Sonya: Do you benchmark your own fund’s performance to an index? If so- how do you feel about comparing to a model that you believe is broken?

Kristin: This is a great question, Sonya. The financial services industry currently requires a benchmark. And yet the common industry standard benchmarks are set to indices that represent our incumbent economy; full of companies and industries that have caused environmental destruction and which expose investors to systemic risk. I founded Nia Global Solutions to move us away from indexing toward the next, just, sustainable and inclusive economy; we invest into the world that we want to see and actually live in. Every company we invest in addresses one or more of Nia’s six solutions themes; all have products and services that matter in our transition to a sustainable economy, and all include women in leadership.

At Nia, we would rather be asked about our goals and expectations for the portfolio, the impact it has, and how is it performing financially, socially, and environmentally. We are not aiming to mirror status quo measures in either performance or in environmental impact. Our fact sheet shows the SP500 and the MSCI AQWI as points of comparison, as expected by the industry.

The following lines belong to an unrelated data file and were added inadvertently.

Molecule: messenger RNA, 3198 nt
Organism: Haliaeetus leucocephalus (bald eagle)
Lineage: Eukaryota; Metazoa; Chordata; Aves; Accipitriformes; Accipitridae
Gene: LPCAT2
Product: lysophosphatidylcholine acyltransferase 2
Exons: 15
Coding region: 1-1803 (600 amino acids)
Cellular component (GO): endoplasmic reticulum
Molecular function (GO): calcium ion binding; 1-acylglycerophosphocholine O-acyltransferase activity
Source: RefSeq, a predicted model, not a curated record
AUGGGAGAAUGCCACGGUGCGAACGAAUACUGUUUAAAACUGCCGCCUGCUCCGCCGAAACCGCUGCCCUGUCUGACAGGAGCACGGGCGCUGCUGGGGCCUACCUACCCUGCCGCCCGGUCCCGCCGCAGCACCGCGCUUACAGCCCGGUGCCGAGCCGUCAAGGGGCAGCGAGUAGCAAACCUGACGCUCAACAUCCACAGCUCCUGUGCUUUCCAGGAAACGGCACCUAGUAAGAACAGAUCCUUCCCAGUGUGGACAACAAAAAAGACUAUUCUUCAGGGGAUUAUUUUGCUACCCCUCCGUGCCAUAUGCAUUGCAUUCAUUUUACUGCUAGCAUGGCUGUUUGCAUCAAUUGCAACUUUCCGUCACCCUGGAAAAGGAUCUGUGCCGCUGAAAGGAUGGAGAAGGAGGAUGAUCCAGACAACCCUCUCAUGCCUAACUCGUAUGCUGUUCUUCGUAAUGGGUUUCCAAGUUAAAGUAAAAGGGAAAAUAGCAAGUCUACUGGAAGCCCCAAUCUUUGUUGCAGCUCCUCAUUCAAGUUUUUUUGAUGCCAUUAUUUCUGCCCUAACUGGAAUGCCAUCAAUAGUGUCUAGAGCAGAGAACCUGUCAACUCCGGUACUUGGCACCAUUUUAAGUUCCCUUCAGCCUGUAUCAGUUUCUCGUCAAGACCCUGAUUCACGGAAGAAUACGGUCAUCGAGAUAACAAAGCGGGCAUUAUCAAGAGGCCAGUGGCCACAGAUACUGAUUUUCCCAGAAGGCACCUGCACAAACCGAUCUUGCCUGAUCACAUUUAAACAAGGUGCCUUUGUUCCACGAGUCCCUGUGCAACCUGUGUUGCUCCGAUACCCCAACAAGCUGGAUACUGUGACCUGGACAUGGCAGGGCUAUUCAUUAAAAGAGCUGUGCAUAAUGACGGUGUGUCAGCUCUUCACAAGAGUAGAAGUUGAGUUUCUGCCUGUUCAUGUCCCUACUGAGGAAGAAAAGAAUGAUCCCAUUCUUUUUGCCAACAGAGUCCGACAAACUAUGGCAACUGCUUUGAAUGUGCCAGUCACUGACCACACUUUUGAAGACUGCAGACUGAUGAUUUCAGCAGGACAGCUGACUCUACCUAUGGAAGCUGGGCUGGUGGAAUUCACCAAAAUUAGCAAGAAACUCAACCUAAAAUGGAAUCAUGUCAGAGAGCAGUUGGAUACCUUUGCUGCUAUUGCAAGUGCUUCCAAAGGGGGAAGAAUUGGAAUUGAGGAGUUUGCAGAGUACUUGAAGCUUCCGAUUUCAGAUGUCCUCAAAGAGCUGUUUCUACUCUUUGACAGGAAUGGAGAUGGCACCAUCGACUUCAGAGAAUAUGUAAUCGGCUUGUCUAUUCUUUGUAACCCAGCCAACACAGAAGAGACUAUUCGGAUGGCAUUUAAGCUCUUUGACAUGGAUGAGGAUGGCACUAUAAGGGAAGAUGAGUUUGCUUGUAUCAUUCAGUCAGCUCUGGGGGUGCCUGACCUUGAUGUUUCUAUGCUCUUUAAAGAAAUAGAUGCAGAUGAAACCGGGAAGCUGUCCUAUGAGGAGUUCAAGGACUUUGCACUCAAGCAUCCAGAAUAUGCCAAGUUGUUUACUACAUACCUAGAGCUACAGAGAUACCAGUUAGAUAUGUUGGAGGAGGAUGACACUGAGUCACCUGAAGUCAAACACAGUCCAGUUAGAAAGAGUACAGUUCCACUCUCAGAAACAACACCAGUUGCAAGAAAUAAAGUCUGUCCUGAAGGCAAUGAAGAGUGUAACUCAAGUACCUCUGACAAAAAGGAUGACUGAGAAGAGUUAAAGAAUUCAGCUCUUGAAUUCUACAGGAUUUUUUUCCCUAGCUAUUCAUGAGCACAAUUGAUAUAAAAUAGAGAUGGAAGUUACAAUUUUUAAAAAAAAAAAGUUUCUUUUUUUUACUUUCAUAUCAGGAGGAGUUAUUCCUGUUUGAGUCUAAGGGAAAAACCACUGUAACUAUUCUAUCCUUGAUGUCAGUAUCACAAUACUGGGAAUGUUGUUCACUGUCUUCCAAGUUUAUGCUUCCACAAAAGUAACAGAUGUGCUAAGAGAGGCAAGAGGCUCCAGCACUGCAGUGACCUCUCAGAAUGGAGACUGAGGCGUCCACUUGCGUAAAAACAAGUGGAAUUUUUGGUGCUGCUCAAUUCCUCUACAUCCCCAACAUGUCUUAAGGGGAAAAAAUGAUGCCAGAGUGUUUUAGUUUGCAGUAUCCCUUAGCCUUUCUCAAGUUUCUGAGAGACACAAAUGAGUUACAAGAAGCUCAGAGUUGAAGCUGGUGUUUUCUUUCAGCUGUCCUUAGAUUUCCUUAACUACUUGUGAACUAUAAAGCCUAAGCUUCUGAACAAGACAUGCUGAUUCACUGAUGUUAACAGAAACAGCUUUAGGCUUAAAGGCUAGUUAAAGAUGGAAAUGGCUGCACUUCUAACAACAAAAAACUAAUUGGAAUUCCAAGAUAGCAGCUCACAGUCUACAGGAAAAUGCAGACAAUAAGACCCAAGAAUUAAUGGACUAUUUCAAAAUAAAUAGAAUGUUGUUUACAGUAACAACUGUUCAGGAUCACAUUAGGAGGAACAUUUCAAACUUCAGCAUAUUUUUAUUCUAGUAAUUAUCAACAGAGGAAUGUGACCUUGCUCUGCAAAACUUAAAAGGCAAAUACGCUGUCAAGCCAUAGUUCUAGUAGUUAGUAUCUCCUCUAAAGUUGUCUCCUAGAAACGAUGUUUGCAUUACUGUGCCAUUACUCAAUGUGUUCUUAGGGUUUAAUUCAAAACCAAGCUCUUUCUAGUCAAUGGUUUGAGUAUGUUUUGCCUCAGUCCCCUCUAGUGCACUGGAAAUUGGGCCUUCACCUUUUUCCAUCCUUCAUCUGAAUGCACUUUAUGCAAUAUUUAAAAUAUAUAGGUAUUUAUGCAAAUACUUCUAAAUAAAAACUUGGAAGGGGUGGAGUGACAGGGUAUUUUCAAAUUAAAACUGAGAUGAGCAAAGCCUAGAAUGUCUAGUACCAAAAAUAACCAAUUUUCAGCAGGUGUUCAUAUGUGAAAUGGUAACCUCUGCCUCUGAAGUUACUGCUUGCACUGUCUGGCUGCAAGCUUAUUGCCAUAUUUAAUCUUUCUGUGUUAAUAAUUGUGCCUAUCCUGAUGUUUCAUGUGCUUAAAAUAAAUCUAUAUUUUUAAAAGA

Sonya: How do you think impact investing performance and impact should be measured?

Kristin: This is the question of our time. To grow the impact investing movement we need to clearly connect the dots between our investment dollars and the world we live in.

To do so, we’ll need to measure all investments with multiple bottom lines. Financial returns are important and must be considered within the context of whether -and how much- they are extracting from our earth, causing environmental or societal risks, and exacerbating inequalities. 

Before thinking about measuring impact, it is important to start with intention and purpose. What are the goals and values of the investor? And what is the core purpose of the company? Investing in companies whose business model is to profit from purpose is an essential first step.

Once investors have made that shift, to being proud to own every company in our portfolios, then we get into tricky, yet necessary territory when measuring impact. Do we count how many jobs created?  How many trees planted? How much carbon sequestered? How many women empowered?

The investing industry needs to measure what matters. SASB has taken on this task by assessing each sector to determine what is material to each industry, though we are far  from having a well-defined and agreed upon standard to measure impact. Until we have that standardization, t a minimum we must invest in companies that are profiting from purpose, whose revenues are derived from business activities that matter for people and planet.